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New Study Finds Untrained Caregivers May Pose Risk for Elderly




A new study found that a large number of aides providing care for U.S. seniors aren’t properly screened, trained, or checked for drugs. This lack of proper care increases the likelihood that nursing home neglect or abuse will occur.

The study, which appeared in the Journal of American Geriatrics Society, looked at 180 caregiver agencies in Illinois, California, Florida, Colorado, Arizona, Wisconsin and Indiana. Researchers focused on caregivers who enter the homes of elderly clients to provide help with activities like getting dressed, cleaning house, and fixing meals.

Under law, these types of caregivers cannot give patients medication—though they can help seniors remember to take their own medications.

For the study, researchers posed as people interested in hiring caregivers for the elderly and questioned agencies about their policies for hiring, training and monitoring employees. According to their findings, only about 56 percent of agencies said they carried out federal background checks on their employees. Only around one-third tested aides and caregivers for drug use.

When it came to training, the study’s authors found that training periods varied widely, though the longest period was only about 7 days. In some cases, companies provided no training and no oversight. The study found that most agencies recruited employees through advertisements—which, according to the agencies in the report, includes efforts like posting jobs on Craigslist.

Lead author of the report, Dr. Lee Lindquist, noted that most of these agencies serving the elderly are unregulated—though requirements do change with each state. This lack of oversight is especially disturbing with the study’s finding that some elder care companies will lie about an employee’s background and credentials. In one example, an agency said that it used the “National Scantron Test for Inappropriate Behaviors,” to screen employees. Researchers found that no such test seemed to exist.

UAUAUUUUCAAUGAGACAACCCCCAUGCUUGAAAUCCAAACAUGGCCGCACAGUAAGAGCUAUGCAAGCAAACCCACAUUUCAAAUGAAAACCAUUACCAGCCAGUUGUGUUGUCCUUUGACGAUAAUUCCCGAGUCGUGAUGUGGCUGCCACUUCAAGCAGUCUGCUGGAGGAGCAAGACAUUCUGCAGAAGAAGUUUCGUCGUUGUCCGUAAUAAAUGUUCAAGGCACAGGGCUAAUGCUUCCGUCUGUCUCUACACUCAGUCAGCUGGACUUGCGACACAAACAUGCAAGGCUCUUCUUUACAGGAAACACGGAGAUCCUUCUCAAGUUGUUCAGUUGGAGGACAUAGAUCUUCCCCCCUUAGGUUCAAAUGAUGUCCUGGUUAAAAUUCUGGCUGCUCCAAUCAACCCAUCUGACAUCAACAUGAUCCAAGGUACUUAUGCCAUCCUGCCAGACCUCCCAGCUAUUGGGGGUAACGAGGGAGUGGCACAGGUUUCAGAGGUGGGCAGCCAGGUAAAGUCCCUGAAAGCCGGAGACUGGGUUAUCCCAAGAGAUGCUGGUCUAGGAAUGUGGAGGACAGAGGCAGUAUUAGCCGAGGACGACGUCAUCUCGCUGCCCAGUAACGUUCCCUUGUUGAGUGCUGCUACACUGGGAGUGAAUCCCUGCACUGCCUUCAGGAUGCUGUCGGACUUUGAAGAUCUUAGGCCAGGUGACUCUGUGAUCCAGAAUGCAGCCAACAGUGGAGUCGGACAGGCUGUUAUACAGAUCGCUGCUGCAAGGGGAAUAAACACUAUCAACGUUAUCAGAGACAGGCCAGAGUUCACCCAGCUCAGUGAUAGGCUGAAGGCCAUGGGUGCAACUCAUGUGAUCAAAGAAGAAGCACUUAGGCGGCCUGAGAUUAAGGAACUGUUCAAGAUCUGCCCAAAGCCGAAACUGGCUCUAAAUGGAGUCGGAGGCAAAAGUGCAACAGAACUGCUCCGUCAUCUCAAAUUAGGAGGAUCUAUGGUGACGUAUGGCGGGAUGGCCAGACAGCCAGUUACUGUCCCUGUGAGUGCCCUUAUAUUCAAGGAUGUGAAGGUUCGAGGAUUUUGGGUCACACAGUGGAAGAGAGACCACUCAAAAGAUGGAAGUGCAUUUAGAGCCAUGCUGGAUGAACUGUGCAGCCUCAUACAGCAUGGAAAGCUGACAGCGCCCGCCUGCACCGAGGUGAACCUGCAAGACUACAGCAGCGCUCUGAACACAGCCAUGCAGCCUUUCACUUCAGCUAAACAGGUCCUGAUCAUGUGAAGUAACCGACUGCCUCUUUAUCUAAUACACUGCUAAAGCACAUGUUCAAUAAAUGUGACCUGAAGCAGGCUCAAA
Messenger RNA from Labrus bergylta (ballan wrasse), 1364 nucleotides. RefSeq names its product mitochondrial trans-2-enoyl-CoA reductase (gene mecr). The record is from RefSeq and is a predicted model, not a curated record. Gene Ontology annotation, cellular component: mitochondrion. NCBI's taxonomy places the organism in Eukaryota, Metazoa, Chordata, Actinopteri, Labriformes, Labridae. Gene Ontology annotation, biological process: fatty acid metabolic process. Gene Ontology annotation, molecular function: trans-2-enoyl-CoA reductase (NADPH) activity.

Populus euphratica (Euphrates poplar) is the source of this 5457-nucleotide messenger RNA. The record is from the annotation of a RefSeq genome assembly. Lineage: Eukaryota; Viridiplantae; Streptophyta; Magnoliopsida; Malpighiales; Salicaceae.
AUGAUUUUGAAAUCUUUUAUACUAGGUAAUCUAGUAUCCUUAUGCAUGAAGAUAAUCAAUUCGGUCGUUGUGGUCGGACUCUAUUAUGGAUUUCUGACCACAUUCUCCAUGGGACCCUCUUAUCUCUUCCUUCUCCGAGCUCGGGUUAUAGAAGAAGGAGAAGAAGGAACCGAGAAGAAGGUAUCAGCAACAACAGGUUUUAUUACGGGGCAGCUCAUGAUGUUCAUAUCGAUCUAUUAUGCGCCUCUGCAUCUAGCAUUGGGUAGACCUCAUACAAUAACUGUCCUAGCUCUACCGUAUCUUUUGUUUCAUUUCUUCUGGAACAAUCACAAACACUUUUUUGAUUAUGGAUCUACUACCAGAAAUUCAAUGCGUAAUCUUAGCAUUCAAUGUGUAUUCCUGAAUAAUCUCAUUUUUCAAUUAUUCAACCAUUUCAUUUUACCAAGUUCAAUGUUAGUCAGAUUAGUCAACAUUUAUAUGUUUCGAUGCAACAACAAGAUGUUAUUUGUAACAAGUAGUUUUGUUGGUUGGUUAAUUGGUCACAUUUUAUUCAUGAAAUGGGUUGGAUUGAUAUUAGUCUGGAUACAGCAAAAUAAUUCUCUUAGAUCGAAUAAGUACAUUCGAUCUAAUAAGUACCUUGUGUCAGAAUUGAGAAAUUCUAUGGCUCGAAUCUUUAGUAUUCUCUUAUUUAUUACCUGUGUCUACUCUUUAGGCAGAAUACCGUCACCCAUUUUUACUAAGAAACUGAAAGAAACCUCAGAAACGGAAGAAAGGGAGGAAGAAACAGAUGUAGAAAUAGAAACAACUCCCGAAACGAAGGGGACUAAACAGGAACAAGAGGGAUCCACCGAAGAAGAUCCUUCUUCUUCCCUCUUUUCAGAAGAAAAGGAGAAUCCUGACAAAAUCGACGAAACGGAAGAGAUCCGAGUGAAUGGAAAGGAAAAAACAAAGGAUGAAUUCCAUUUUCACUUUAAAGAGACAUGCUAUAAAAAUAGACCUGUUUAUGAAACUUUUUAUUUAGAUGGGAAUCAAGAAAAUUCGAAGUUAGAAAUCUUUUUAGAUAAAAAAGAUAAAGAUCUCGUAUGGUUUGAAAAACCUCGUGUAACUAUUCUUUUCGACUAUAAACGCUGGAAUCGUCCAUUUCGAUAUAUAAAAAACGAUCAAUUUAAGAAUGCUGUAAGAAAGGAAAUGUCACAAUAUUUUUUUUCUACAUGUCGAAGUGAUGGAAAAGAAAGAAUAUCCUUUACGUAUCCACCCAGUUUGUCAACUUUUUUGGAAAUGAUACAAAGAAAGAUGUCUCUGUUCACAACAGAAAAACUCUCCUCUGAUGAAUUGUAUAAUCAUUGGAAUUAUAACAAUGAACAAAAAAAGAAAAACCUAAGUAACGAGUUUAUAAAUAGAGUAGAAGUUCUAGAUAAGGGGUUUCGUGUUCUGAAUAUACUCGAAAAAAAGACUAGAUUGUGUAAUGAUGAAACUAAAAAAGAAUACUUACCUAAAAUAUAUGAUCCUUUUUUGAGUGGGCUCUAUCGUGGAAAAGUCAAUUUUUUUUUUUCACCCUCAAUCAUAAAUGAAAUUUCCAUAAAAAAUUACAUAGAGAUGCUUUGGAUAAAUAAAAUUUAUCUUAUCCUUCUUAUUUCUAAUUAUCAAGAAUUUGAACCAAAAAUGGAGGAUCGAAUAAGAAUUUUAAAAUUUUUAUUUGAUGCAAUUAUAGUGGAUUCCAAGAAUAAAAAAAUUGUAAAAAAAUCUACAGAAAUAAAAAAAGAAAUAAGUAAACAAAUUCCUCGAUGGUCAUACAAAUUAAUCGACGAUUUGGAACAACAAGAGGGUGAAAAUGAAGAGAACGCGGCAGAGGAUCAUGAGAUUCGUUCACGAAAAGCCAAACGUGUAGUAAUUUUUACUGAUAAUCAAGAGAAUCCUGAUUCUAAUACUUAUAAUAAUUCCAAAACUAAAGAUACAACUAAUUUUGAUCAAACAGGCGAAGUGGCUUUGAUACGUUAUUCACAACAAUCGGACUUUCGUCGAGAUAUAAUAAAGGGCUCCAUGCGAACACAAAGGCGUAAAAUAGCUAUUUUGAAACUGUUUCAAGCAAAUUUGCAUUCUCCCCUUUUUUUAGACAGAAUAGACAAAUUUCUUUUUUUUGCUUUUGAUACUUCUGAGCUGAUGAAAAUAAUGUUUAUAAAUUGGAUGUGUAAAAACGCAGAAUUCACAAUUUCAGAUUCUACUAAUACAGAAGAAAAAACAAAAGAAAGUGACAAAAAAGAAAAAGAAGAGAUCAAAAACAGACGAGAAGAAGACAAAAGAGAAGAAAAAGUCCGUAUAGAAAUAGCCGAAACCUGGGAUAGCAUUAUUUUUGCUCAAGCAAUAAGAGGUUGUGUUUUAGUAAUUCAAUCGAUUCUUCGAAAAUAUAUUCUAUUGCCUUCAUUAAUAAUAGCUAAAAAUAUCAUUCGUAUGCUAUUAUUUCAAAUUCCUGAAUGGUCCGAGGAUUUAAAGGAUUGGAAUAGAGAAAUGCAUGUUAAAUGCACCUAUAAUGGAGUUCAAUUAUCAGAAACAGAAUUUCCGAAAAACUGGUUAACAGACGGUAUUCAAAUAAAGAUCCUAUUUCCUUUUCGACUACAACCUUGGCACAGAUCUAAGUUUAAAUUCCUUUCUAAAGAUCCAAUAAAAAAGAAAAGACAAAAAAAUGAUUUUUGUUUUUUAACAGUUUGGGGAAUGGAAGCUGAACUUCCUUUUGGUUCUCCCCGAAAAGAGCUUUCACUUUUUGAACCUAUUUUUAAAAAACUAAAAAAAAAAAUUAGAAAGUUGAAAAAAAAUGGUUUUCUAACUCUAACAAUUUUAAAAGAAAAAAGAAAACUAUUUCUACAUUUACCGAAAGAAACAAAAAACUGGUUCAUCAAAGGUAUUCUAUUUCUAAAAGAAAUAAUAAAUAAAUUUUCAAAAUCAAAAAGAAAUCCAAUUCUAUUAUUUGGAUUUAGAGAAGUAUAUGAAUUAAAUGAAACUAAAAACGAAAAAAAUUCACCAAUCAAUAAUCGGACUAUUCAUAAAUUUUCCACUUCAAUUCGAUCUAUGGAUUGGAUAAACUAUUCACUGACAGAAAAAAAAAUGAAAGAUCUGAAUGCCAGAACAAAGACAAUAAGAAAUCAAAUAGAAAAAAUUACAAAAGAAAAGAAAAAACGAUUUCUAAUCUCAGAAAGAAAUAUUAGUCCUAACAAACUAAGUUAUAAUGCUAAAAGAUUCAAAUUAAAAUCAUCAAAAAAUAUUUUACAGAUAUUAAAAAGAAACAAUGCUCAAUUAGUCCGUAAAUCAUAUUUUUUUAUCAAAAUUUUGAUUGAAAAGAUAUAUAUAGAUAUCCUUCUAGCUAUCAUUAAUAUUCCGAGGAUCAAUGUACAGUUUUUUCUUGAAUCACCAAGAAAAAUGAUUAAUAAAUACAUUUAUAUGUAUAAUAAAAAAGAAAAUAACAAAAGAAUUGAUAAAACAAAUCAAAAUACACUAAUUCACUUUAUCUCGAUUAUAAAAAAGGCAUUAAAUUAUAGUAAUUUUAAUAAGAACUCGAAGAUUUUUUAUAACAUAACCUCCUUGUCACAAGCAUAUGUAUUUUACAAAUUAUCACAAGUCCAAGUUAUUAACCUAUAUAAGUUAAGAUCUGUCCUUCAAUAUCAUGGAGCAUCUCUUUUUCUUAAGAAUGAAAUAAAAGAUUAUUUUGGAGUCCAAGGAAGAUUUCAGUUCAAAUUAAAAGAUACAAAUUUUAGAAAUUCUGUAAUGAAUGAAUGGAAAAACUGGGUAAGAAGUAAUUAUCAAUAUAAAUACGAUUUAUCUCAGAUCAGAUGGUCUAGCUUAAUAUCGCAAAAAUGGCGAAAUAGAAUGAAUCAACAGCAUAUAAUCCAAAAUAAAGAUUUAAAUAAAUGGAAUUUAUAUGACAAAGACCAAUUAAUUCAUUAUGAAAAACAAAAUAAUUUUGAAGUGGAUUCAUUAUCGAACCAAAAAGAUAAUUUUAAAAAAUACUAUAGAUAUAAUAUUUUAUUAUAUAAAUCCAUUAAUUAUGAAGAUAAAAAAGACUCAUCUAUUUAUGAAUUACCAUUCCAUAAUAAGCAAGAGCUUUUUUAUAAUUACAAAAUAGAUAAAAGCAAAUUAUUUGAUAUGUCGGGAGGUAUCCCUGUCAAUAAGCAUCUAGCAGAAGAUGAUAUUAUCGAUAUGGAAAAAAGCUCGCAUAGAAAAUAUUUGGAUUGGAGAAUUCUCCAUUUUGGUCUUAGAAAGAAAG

Advocates for elderly patients, like the Alzheimer’s Association, and other medical experts advise people who are worried about the care of an elderly family member or loved one to conduct unannounced ‘drop-in’ visits to see how well an aide or caregiver is doing. While searching for a caregiver, it’s important that people ask the right questions. Dr. Lindquist and her study team said that the following questions are a good place to start when screening any agency:

  • How do you recruit caregivers, and what are your hiring requirements?
  • What screenings are performed before you hire a caregiver? Criminal background check? Federal or state? Drugs?
  • Do aides have CPR (cardiopulmonary resuscitation) certification or any health-related training?
  • Are caregivers insured and bonded through your agency?
  • What skills are expected of the caregiver you send to the home? Examples: lifting and transfers, homemaking skills, personal care skills (bathing, dressing), and training in behavioral management.
  • How do you assess the caregiver’s capabilities?
  • What is your policy regarding substitute caregivers if a regular caregiver cannot provide the contracted services?
  • If you’re dissatisfied with a particular caregiver, can he or she be replaced “without cause”?
  • Does the agency provide a supervisor to evaluate the quality of home care on a regular basis? How often?
  • Does supervision occur over the telephone, through progress reports, or in person at the home of the older adult?

If an elderly loved one has been abused, injured or died in a nursing home or assisted care facility, please call Salvi, Schostok & Pritchard P.C. at 312-361-1823. Our staff is experienced in both law and medicine and handles cases in Wisconsin and Illinois. If you believe a family member has been a victim of nursing home negligence, please contact our office for a free, no-obligation consultation.

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